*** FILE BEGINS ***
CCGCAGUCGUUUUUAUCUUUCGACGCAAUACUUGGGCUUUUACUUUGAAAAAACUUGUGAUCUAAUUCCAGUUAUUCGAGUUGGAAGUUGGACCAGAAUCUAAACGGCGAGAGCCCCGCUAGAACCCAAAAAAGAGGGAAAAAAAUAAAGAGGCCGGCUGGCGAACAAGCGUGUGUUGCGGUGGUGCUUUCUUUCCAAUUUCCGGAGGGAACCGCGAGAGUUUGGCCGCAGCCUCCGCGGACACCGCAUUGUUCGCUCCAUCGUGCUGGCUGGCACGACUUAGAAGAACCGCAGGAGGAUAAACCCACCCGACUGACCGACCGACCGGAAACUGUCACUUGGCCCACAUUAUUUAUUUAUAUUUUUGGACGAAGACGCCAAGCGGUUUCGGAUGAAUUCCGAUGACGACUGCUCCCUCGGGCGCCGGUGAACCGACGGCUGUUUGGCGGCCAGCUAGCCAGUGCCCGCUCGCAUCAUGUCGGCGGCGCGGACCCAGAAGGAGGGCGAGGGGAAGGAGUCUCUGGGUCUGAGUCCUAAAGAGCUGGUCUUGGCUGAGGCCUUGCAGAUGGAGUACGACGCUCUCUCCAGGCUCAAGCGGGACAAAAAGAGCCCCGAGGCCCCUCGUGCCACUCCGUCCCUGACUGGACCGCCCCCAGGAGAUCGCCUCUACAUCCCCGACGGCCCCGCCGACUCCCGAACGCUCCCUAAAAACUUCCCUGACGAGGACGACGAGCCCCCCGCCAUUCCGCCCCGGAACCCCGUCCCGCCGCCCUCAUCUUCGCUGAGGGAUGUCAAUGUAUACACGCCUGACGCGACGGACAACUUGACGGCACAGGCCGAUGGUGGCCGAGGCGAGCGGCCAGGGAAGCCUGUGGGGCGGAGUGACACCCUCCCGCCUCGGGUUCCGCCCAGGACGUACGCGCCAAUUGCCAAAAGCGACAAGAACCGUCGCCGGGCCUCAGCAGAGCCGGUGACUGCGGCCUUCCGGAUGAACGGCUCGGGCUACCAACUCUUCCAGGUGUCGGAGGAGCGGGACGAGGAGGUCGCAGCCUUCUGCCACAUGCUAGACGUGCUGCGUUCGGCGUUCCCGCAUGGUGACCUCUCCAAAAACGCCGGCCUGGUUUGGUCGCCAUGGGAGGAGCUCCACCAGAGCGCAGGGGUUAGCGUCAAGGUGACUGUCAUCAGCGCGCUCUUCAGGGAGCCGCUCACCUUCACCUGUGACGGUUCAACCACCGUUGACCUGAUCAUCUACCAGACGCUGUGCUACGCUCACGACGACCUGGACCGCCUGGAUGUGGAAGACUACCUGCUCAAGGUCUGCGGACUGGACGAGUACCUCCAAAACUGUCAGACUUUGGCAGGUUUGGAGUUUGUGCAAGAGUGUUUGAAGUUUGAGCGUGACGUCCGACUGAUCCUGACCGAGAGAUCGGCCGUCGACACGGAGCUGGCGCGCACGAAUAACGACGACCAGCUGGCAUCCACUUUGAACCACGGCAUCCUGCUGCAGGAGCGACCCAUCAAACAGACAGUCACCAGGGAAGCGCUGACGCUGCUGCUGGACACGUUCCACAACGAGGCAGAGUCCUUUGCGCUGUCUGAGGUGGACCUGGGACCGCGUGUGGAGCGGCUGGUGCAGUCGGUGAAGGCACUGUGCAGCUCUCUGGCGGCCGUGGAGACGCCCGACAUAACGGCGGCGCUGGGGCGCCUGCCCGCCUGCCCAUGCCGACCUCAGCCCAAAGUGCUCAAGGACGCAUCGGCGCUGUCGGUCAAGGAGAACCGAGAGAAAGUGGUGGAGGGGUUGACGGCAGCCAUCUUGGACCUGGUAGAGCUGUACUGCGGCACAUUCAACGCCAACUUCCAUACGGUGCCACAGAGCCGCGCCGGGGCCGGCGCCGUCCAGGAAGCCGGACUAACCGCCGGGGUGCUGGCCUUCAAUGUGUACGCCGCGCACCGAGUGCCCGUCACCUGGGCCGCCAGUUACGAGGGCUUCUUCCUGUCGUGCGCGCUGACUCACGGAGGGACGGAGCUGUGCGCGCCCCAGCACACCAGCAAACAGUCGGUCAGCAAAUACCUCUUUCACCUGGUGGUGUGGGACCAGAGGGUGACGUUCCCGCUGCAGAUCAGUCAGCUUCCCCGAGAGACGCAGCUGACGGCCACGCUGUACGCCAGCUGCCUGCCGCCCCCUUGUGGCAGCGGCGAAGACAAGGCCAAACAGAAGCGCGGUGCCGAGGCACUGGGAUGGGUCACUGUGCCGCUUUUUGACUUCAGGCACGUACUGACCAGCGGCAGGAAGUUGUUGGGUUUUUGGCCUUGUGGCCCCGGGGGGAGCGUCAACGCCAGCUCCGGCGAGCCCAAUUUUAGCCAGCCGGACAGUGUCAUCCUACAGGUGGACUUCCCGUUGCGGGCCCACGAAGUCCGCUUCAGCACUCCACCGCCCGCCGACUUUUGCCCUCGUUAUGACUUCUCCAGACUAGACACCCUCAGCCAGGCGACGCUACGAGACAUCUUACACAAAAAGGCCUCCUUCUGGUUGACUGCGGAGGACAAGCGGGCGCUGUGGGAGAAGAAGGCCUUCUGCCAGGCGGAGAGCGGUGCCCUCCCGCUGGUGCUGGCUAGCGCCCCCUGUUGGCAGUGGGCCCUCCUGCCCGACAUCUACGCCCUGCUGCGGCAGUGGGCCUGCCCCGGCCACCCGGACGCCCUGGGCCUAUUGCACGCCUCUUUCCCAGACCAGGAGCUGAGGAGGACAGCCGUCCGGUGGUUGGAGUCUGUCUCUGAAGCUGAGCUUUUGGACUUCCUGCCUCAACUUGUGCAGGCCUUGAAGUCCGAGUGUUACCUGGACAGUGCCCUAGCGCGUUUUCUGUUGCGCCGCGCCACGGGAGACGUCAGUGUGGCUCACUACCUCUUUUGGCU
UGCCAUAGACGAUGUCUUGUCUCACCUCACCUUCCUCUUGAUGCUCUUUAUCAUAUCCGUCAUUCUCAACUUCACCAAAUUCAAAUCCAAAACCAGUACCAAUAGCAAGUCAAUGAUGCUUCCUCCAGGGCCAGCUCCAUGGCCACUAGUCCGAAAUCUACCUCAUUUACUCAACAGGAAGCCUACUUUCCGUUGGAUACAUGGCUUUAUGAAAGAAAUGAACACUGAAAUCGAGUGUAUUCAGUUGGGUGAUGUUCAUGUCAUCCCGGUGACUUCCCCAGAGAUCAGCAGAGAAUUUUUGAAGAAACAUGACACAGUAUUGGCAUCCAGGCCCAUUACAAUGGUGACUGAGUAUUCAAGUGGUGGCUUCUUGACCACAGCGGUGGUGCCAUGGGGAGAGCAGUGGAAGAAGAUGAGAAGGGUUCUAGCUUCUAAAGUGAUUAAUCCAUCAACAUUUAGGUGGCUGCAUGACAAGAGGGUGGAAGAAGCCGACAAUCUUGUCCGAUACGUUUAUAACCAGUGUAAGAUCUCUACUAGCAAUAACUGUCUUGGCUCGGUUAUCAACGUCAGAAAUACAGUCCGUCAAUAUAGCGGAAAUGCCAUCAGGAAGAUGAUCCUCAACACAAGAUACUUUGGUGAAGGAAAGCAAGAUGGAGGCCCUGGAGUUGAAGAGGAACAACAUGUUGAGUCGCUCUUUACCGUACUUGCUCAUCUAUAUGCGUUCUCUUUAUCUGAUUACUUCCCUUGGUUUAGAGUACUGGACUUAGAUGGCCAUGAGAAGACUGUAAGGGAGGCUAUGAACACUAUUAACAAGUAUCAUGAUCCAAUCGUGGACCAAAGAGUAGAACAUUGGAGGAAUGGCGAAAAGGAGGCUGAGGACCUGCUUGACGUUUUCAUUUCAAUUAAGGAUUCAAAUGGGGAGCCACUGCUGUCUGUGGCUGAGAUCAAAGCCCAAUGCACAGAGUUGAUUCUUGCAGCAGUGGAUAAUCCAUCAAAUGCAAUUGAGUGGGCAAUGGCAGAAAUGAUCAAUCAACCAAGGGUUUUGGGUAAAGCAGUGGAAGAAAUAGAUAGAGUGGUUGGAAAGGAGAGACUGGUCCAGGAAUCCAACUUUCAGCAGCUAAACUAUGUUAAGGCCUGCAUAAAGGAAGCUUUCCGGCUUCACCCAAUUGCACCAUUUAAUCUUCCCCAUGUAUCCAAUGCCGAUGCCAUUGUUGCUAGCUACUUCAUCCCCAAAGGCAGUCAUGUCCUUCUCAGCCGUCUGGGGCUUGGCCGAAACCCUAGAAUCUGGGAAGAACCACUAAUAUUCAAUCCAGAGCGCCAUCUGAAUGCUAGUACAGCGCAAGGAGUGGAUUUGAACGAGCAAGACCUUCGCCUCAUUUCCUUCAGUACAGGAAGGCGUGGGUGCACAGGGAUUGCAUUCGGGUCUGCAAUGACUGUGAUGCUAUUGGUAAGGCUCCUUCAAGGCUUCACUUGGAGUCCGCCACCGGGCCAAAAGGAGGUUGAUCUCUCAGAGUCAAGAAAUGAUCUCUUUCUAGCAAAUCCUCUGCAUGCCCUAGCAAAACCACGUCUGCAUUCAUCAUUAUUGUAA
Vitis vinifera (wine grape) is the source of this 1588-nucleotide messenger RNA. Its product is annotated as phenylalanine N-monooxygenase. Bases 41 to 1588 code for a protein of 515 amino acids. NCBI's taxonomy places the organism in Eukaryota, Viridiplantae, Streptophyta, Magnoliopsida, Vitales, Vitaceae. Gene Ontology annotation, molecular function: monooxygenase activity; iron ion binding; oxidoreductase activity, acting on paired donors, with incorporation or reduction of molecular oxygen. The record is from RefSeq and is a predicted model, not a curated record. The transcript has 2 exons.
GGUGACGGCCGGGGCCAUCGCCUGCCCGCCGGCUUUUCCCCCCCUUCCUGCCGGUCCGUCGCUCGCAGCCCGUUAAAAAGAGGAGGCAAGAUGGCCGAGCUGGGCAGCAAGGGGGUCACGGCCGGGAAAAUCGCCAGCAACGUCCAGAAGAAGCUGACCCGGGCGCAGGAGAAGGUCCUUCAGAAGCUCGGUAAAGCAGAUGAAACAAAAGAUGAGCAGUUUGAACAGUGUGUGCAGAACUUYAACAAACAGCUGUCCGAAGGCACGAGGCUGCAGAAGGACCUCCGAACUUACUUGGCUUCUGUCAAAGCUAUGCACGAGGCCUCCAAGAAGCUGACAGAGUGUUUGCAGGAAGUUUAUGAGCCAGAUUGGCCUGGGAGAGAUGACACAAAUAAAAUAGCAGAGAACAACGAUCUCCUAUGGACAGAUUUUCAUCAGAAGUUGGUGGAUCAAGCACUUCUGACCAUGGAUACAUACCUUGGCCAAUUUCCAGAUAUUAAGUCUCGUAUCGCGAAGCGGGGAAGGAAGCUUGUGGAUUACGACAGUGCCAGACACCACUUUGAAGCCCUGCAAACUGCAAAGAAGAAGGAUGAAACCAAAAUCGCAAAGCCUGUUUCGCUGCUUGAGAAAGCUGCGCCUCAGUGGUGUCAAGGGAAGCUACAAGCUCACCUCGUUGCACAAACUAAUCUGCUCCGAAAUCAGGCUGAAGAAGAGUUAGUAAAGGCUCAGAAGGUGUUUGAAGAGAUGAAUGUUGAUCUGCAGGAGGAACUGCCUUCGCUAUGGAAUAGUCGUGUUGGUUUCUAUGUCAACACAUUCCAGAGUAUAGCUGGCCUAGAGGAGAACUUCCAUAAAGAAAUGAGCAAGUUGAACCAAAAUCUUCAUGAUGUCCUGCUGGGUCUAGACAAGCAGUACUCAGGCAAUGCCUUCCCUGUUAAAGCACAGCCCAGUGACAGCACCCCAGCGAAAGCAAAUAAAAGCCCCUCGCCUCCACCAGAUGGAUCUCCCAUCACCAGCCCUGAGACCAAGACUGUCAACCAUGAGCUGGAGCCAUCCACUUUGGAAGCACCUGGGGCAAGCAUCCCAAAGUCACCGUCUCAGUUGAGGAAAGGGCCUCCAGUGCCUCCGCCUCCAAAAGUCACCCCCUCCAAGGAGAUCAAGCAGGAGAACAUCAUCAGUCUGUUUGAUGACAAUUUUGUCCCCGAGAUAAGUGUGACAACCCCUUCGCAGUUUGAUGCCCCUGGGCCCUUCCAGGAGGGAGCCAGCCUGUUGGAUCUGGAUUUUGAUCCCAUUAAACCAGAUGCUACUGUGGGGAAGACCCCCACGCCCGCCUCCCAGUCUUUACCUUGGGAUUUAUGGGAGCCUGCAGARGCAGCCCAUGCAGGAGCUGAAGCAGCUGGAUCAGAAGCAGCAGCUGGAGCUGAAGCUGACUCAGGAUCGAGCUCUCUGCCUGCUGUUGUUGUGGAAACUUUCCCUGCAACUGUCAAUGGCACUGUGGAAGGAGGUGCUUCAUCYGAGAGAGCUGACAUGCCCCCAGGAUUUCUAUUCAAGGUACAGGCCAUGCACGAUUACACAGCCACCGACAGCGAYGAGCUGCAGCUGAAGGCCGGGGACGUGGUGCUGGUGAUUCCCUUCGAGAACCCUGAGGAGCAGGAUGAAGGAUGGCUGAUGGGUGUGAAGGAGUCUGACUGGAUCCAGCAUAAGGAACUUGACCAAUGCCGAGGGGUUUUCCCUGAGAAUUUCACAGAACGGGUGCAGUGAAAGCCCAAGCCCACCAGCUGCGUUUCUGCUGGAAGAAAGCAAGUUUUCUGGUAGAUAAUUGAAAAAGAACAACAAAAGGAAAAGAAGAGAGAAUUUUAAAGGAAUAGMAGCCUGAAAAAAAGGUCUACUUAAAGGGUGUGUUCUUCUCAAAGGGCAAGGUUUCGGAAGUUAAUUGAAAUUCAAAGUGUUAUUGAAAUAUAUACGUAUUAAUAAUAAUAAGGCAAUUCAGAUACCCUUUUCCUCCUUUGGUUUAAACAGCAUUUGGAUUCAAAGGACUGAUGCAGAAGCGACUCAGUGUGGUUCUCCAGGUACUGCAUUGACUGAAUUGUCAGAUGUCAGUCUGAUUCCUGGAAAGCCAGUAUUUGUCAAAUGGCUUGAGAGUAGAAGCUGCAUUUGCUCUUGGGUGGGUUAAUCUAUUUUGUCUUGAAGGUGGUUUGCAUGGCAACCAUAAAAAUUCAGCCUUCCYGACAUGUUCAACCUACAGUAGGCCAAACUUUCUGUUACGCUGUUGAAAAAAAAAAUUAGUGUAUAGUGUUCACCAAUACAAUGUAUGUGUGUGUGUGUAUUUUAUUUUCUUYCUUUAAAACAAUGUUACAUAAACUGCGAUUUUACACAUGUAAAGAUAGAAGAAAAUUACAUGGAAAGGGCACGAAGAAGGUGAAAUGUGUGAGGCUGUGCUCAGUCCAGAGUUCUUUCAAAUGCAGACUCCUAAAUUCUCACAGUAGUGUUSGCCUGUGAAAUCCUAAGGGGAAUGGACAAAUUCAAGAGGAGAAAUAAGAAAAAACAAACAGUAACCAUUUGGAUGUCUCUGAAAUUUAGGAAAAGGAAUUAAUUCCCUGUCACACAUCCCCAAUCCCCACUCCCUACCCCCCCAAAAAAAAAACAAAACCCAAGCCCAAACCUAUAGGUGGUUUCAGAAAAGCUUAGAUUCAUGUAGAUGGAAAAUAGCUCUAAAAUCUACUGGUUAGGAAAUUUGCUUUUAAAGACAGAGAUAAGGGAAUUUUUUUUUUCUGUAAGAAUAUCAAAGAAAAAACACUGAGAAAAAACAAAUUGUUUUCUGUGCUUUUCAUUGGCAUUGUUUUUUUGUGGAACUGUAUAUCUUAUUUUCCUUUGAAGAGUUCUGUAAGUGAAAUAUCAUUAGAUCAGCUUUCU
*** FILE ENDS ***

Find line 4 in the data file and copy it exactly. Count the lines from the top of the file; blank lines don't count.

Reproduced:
GGUGACGGCCGGGGCCAUCGCCUGCCCGCCGGCUUUUCCCCCCCUUCCUGCCGGUCCGUCGCUCGCAGCCCGUUAAAAAGAGGAGGCAAGAUGGCCGAGCUGGGCAGCAAGGGGGUCACGGCCGGGAAAAUCGCCAGCAACGUCCAGAAGAAGCUGACCCGGGCGCAGGAGAAGGUCCUUCAGAAGCUCGGUAAAGCAGAUGAAACAAAAGAUGAGCAGUUUGAACAGUGUGUGCAGAACUUYAACAAACAGCUGUCCGAAGGCACGAGGCUGCAGAAGGACCUCCGAACUUACUUGGCUUCUGUCAAAGCUAUGCACGAGGCCUCCAAGAAGCUGACAGAGUGUUUGCAGGAAGUUUAUGAGCCAGAUUGGCCUGGGAGAGAUGACACAAAUAAAAUAGCAGAGAACAACGAUCUCCUAUGGACAGAUUUUCAUCAGAAGUUGGUGGAUCAAGCACUUCUGACCAUGGAUACAUACCUUGGCCAAUUUCCAGAUAUUAAGUCUCGUAUCGCGAAGCGGGGAAGGAAGCUUGUGGAUUACGACAGUGCCAGACACCACUUUGAAGCCCUGCAAACUGCAAAGAAGAAGGAUGAAACCAAAAUCGCAAAGCCUGUUUCGCUGCUUGAGAAAGCUGCGCCUCAGUGGUGUCAAGGGAAGCUACAAGCUCACCUCGUUGCACAAACUAAUCUGCUCCGAAAUCAGGCUGAAGAAGAGUUAGUAAAGGCUCAGAAGGUGUUUGAAGAGAUGAAUGUUGAUCUGCAGGAGGAACUGCCUUCGCUAUGGAAUAGUCGUGUUGGUUUCUAUGUCAACACAUUCCAGAGUAUAGCUGGCCUAGAGGAGAACUUCCAUAAAGAAAUGAGCAAGUUGAACCAAAAUCUUCAUGAUGUCCUGCUGGGUCUAGACAAGCAGUACUCAGGCAAUGCCUUCCCUGUUAAAGCACAGCCCAGUGACAGCACCCCAGCGAAAGCAAAUAAAAGCCCCUCGCCUCCACCAGAUGGAUCUCCCAUCACCAGCCCUGAGACCAAGACUGUCAACCAUGAGCUGGAGCCAUCCACUUUGGAAGCACCUGGGGCAAGCAUCCCAAAGUCACCGUCUCAGUUGAGGAAAGGGCCUCCAGUGCCUCCGCCUCCAAAAGUCACCCCCUCCAAGGAGAUCAAGCAGGAGAACAUCAUCAGUCUGUUUGAUGACAAUUUUGUCCCCGAGAUAAGUGUGACAACCCCUUCGCAGUUUGAUGCCCCUGGGCCCUUCCAGGAGGGAGCCAGCCUGUUGGAUCUGGAUUUUGAUCCCAUUAAACCAGAUGCUACUGUGGGGAAGACCCCCACGCCCGCCUCCCAGUCUUUACCUUGGGAUUUAUGGGAGCCUGCAGARGCAGCCCAUGCAGGAGCUGAAGCAGCUGGAUCAGAAGCAGCAGCUGGAGCUGAAGCUGACUCAGGAUCGAGCUCUCUGCCUGCUGUUGUUGUGGAAACUUUCCCUGCAACUGUCAAUGGCACUGUGGAAGGAGGUGCUUCAUCYGAGAGAGCUGACAUGCCCCCAGGAUUUCUAUUCAAGGUACAGGCCAUGCACGAUUACACAGCCACCGACAGCGAYGAGCUGCAGCUGAAGGCCGGGGACGUGGUGCUGGUGAUUCCCUUCGAGAACCCUGAGGAGCAGGAUGAAGGAUGGCUGAUGGGUGUGAAGGAGUCUGACUGGAUCCAGCAUAAGGAACUUGACCAAUGCCGAGGGGUUUUCCCUGAGAAUUUCACAGAACGGGUGCAGUGAAAGCCCAAGCCCACCAGCUGCGUUUCUGCUGGAAGAAAGCAAGUUUUCUGGUAGAUAAUUGAAAAAGAACAACAAAAGGAAAAGAAGAGAGAAUUUUAAAGGAAUAGMAGCCUGAAAAAAAGGUCUACUUAAAGGGUGUGUUCUUCUCAAAGGGCAAGGUUUCGGAAGUUAAUUGAAAUUCAAAGUGUUAUUGAAAUAUAUACGUAUUAAUAAUAAUAAGGCAAUUCAGAUACCCUUUUCCUCCUUUGGUUUAAACAGCAUUUGGAUUCAAAGGACUGAUGCAGAAGCGACUCAGUGUGGUUCUCCAGGUACUGCAUUGACUGAAUUGUCAGAUGUCAGUCUGAUUCCUGGAAAGCCAGUAUUUGUCAAAUGGCUUGAGAGUAGAAGCUGCAUUUGCUCUUGGGUGGGUUAAUCUAUUUUGUCUUGAAGGUGGUUUGCAUGGCAACCAUAAAAAUUCAGCCUUCCYGACAUGUUCAACCUACAGUAGGCCAAACUUUCUGUUACGCUGUUGAAAAAAAAAAUUAGUGUAUAGUGUUCACCAAUACAAUGUAUGUGUGUGUGUGUAUUUUAUUUUCUUYCUUUAAAACAAUGUUACAUAAACUGCGAUUUUACACAUGUAAAGAUAGAAGAAAAUUACAUGGAAAGGGCACGAAGAAGGUGAAAUGUGUGAGGCUGUGCUCAGUCCAGAGUUCUUUCAAAUGCAGACUCCUAAAUUCUCACAGUAGUGUUSGCCUGUGAAAUCCUAAGGGGAAUGGACAAAUUCAAGAGGAGAAAUAAGAAAAAACAAACAGUAACCAUUUGGAUGUCUCUGAAAUUUAGGAAAAGGAAUUAAUUCCCUGUCACACAUCCCCAAUCCCCACUCCCUACCCCCCCAAAAAAAAAACAAAACCCAAGCCCAAACCUAUAGGUGGUUUCAGAAAAGCUUAGAUUCAUGUAGAUGGAAAAUAGCUCUAAAAUCUACUGGUUAGGAAAUUUGCUUUUAAAGACAGAGAUAAGGGAAUUUUUUUUUUCUGUAAGAAUAUCAAAGAAAAAACACUGAGAAAAAACAAAUUGUUUUCUGUGCUUUUCAUUGGCAUUGUUUUUUUGUGGAACUGUAUAUCUUAUUUUCCUUUGAAGAGUUCUGUAAGUGAAAUAUCAUUAGAUCAGCUUUCU